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Extending Broadband Well Worth Investments, Say Industry and Nonprofits

WASHINGTON, July 18, 2009 – The possible benefits of extending broadband to anchor institution, rural areas, and individual homes is well worth the effort and financial investment, a panel of industry experts and non-profit representatives agreed during a Friday panel discussion.

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WASHINGTON, July 18, 2009 – The possible benefits of extending broadband to anchor institution, rural areas, and individual homes is well worth the effort and financial investment, a panel of industry experts and non-profit representatives agreed during a Friday panel discussion.

“We are beginning to see some really promising applications” of technology for bridging broadband divides, such as software which is “approaching the effectiveness of an actually tutor” students, said Thomas Kalil, associate director for policy at the White House Office of Science and Technology.

Kalil spoke in a keynote address at “Broadband Stimulus and The National Broadband Plan: What They Mean for Communications, Technology, and Innovation,” sponsored by the Media Access Project.

Kalil focused on the benefits and applications of broadband technology in a variety of areas, including educational training.

Additionally, technology can also be used to help transition to a low carbon economy and create green jobs, Kalil said.

In order to develop this technology effectively, it is important to get multiple perspectives on whether or not a policy will work in a multi-stakeholder forum, he said.

One way the government can use its fund for broadband technology efficiently is by establishing “ambitious” and concrete goals for technology projects and by offering generous rewards for the teams that reach the goal first.

The government would only pay those teams which successfully meet the goals, he said.

Kalil gave an example from the University of Berkeley, where he started a program providing students with funding and support for technology projects. One student was able to generate $7.1 million in savings by identifying the environmental impact of the campus.

“That was not a bad return of investment for $3,000,” he said.

Lisa Zaina, chief of staff at the Agriculture Department’s Rural Utilities Service, referred to the $2.4 billion in grants and loans from the broadband stimulus in the round of funding for which applications are due on August 14.

From taxpayer resources of $2.5 billion allocated to RUS, the agency will be able to award up to $9 billion in grants and loans, she said.

John Windhausen, coordinator of the Schools, Health, and Libraries Broadband Coalition, said that anchor institutions such as libraries are an important way to spend the broadband stimulus funds.

These institutions, said Windhausen, serve millions of people. By getting a high-enough capacity broadband link, such an application can be a “jumping off point” for community broadband – if it is an open connection.

“You can get a fiber connection into every single library for less than $1 billion,” and Sweden has already made the equivalent of a $30 billion investment in broadband, he said.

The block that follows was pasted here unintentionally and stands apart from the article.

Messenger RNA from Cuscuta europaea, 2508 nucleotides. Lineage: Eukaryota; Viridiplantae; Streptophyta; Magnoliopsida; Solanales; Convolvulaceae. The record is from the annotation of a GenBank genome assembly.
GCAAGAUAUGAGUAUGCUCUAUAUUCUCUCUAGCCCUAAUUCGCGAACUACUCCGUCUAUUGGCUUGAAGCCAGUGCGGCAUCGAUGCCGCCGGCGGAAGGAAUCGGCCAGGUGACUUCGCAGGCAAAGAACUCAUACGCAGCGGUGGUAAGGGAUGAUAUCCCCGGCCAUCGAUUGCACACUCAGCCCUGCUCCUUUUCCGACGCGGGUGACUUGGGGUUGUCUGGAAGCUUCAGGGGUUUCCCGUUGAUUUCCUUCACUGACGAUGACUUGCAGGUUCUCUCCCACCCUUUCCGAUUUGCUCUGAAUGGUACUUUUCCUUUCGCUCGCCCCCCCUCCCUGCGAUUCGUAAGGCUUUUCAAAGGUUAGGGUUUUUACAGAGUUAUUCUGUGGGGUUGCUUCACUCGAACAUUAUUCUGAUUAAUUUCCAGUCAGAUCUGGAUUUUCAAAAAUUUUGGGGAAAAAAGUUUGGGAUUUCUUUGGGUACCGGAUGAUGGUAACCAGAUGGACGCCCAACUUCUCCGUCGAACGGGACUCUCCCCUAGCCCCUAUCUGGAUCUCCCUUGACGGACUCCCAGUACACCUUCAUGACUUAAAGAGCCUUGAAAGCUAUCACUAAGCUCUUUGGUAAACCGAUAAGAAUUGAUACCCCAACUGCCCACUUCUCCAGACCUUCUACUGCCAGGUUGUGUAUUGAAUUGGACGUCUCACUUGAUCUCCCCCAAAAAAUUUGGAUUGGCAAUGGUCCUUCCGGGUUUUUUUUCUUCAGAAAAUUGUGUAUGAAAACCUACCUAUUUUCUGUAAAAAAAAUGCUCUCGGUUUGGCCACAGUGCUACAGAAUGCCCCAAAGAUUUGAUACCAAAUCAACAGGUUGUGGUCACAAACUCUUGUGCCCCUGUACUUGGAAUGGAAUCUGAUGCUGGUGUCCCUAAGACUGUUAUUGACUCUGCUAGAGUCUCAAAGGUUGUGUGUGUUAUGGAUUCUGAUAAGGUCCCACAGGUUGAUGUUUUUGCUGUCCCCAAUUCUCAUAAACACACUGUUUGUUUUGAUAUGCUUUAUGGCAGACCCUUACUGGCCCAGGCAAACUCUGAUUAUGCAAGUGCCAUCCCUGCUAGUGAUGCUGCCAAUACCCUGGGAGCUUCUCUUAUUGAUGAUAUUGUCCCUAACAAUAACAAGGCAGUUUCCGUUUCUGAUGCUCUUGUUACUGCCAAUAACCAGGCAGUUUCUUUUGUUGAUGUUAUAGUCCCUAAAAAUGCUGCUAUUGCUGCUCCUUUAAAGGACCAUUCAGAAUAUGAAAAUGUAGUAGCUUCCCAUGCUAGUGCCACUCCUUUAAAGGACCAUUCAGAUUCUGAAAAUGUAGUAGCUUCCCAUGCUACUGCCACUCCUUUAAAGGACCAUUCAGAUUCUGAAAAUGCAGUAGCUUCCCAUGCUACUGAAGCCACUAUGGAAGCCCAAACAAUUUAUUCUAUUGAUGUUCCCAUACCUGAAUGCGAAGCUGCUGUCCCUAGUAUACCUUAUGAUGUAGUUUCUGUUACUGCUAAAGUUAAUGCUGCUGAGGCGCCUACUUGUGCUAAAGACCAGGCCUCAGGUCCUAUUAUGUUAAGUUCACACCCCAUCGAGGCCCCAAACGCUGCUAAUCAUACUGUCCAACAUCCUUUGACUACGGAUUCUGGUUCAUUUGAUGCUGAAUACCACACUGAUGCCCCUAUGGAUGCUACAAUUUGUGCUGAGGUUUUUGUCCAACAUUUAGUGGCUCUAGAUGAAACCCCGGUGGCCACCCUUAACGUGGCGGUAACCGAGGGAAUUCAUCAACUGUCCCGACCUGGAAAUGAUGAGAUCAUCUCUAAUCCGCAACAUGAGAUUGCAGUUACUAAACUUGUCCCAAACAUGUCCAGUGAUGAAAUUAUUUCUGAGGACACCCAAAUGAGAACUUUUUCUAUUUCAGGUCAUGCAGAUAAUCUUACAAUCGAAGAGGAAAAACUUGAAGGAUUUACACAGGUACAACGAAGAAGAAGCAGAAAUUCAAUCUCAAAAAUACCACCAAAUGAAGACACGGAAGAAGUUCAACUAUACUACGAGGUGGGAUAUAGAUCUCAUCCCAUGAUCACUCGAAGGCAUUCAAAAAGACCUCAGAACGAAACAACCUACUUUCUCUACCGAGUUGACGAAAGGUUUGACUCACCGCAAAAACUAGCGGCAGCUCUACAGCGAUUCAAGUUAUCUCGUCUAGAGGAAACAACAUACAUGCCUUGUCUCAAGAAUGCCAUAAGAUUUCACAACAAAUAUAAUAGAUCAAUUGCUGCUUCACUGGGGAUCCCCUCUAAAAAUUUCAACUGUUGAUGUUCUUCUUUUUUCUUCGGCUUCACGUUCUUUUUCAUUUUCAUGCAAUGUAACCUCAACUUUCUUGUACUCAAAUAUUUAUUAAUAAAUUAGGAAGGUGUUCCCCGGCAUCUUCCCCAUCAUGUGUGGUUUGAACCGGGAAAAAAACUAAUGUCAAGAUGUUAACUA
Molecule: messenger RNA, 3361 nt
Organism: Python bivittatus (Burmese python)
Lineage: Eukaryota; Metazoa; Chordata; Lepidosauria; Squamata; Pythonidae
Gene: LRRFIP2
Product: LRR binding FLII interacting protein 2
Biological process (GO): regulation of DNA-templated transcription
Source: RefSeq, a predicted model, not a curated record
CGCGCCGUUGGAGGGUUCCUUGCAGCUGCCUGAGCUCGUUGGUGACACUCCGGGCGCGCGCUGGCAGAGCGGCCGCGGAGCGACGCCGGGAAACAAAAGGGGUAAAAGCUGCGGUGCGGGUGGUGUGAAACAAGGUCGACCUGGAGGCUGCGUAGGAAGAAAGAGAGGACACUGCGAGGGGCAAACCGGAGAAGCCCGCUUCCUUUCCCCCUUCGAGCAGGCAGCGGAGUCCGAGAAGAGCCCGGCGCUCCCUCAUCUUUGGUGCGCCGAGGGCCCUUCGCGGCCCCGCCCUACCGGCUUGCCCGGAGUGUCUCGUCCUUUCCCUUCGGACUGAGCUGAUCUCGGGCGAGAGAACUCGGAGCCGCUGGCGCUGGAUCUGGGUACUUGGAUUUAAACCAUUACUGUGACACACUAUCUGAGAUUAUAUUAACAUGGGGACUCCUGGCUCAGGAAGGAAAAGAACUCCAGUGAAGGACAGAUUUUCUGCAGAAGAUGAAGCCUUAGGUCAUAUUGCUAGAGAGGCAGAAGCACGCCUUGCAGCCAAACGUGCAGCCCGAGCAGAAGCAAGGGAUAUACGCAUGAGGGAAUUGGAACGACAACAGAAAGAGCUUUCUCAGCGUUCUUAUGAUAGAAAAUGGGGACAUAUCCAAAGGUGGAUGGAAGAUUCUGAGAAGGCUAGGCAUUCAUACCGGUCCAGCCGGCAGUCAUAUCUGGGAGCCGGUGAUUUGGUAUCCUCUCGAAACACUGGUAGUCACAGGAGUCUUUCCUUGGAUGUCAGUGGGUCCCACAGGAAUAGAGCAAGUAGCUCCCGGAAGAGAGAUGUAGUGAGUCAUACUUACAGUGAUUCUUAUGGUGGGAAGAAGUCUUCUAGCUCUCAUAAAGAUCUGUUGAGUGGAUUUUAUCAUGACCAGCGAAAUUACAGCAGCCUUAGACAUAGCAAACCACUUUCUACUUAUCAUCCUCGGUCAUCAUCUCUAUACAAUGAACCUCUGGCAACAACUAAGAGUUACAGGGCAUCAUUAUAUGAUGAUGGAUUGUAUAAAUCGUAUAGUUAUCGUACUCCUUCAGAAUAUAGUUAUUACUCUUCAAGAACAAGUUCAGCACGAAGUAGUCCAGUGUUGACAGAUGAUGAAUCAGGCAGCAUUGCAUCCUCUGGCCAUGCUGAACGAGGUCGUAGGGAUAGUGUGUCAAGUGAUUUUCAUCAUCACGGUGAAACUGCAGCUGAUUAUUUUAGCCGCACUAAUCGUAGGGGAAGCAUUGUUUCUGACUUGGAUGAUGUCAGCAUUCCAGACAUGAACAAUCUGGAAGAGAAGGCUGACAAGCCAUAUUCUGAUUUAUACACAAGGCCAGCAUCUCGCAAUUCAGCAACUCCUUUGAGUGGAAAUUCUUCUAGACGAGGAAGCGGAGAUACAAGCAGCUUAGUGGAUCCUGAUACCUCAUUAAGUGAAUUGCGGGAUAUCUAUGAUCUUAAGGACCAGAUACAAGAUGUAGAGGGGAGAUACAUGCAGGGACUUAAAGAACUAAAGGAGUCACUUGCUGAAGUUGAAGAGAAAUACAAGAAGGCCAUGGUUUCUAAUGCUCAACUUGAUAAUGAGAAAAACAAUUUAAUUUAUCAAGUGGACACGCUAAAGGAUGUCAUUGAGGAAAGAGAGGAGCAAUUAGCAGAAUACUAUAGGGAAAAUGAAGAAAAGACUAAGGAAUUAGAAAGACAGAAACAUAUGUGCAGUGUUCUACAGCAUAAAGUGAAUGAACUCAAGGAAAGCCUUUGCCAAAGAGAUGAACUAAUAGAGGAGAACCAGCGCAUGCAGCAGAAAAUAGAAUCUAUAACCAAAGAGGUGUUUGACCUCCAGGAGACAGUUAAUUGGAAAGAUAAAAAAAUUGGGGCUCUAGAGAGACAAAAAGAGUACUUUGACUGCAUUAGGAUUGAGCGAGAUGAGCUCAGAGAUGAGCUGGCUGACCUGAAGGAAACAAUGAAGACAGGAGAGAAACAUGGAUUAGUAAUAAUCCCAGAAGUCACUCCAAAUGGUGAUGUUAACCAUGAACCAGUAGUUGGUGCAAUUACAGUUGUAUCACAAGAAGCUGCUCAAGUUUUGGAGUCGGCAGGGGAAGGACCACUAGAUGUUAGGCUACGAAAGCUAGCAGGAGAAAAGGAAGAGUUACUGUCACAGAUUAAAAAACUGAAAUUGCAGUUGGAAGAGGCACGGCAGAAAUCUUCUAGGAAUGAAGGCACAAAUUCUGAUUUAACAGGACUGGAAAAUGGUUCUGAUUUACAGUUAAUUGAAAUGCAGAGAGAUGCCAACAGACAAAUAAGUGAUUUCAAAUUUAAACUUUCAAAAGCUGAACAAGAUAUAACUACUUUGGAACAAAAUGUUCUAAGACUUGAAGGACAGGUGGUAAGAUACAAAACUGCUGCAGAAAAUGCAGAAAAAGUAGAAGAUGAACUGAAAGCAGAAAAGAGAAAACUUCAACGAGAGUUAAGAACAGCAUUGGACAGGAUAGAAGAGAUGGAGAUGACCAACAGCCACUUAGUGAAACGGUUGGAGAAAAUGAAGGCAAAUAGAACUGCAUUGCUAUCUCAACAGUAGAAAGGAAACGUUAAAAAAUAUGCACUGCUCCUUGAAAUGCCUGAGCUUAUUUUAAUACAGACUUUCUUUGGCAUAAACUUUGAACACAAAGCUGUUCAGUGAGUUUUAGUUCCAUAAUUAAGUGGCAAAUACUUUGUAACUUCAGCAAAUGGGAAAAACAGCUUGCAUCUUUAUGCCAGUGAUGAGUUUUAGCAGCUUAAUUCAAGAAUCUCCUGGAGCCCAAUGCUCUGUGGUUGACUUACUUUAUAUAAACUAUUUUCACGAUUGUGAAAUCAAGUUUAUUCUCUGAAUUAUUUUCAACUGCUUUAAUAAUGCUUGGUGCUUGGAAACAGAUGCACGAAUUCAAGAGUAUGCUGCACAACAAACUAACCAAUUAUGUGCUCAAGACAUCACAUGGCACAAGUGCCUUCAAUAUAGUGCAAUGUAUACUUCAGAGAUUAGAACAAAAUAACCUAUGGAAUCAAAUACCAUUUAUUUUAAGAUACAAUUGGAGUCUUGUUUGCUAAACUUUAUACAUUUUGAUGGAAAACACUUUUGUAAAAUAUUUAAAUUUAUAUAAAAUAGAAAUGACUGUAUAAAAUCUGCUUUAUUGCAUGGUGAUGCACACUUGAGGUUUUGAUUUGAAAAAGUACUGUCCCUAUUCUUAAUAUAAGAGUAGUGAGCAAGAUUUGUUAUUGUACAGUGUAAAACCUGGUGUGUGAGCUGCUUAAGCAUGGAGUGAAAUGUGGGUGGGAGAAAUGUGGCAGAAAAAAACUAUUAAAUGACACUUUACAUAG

Joanne Hovis, president of Columbia Telecommunications Corporation, agreed with Windhausen on the importance of anchor institutions. She added that some of the stimulus money should go to big bandwidth projects in rural areas.

Fiber to the home in poor areas, said Hovis, could improve the quality of life in those communities. It could also save people money by providing high quality video for health care and high quality video conferencing, she said. By contrast, lower-speed technologies, such as digital subscriber lines, might not be enough to keep the U.S. competitive in the global economy.

In order to reach the goal of getting fiber to every home and small business in the United States, “we are going to need every potential provider,” including new ones, “to be part of the solution,” she said.

The problem with many private sector providers, said Hovis, is that they are going to “the most desirable of the rural areas,” while many of the less desirable ones are being left out.

“A wide range of different communities will need government solutions,” and the local governments of these areas understand what their constituents want and need, she said.

Ken Eisner, managing director of One Economy Ventures, spoke of the need to create a national digital literacy program. He said that public housing should be rewired with broadband connections.

Ted Hearn, vice president of communications at the American Cable Association, agreed with Eisner on the need for such a program, but added that funding “should be set up in a separate program.”

Eisner said that the government should not “step in and provide resources,” but should recognize needs and promote partnerships between companies that can meet those needs.

Hearn also emphasized the important of the so-called “middle mile” as the link between last-mile broadband systems – like cable networks – and the Internet’s backbone. Many middle mile connections are still slow and expensive T-1 lines.

Broadband stimulus funding should be doled out to improve middle mile connections, and “we don’t care who gets the funding for it,” he said.

Funding

Senate Confirms Davidson as National Telecommunications and Information Administration Chief

Bipartisan vote confirms Davidson atop the Commerce Department agency. It has a large pile of money to spend on broadband.

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Newly-confirmed head of the NTIA Alan Davidson

WASHINGTON, January 11, 2022 ­– In a bipartisan vote of 60-31, the Senate confirmed President Joe Biden’s nominee to head the National Telecommunications and Information Administration: Alan Davidson.

Davidson, a former public policy director at Google, will become the first Senate-confirmed head of the NTIA since mid-2019.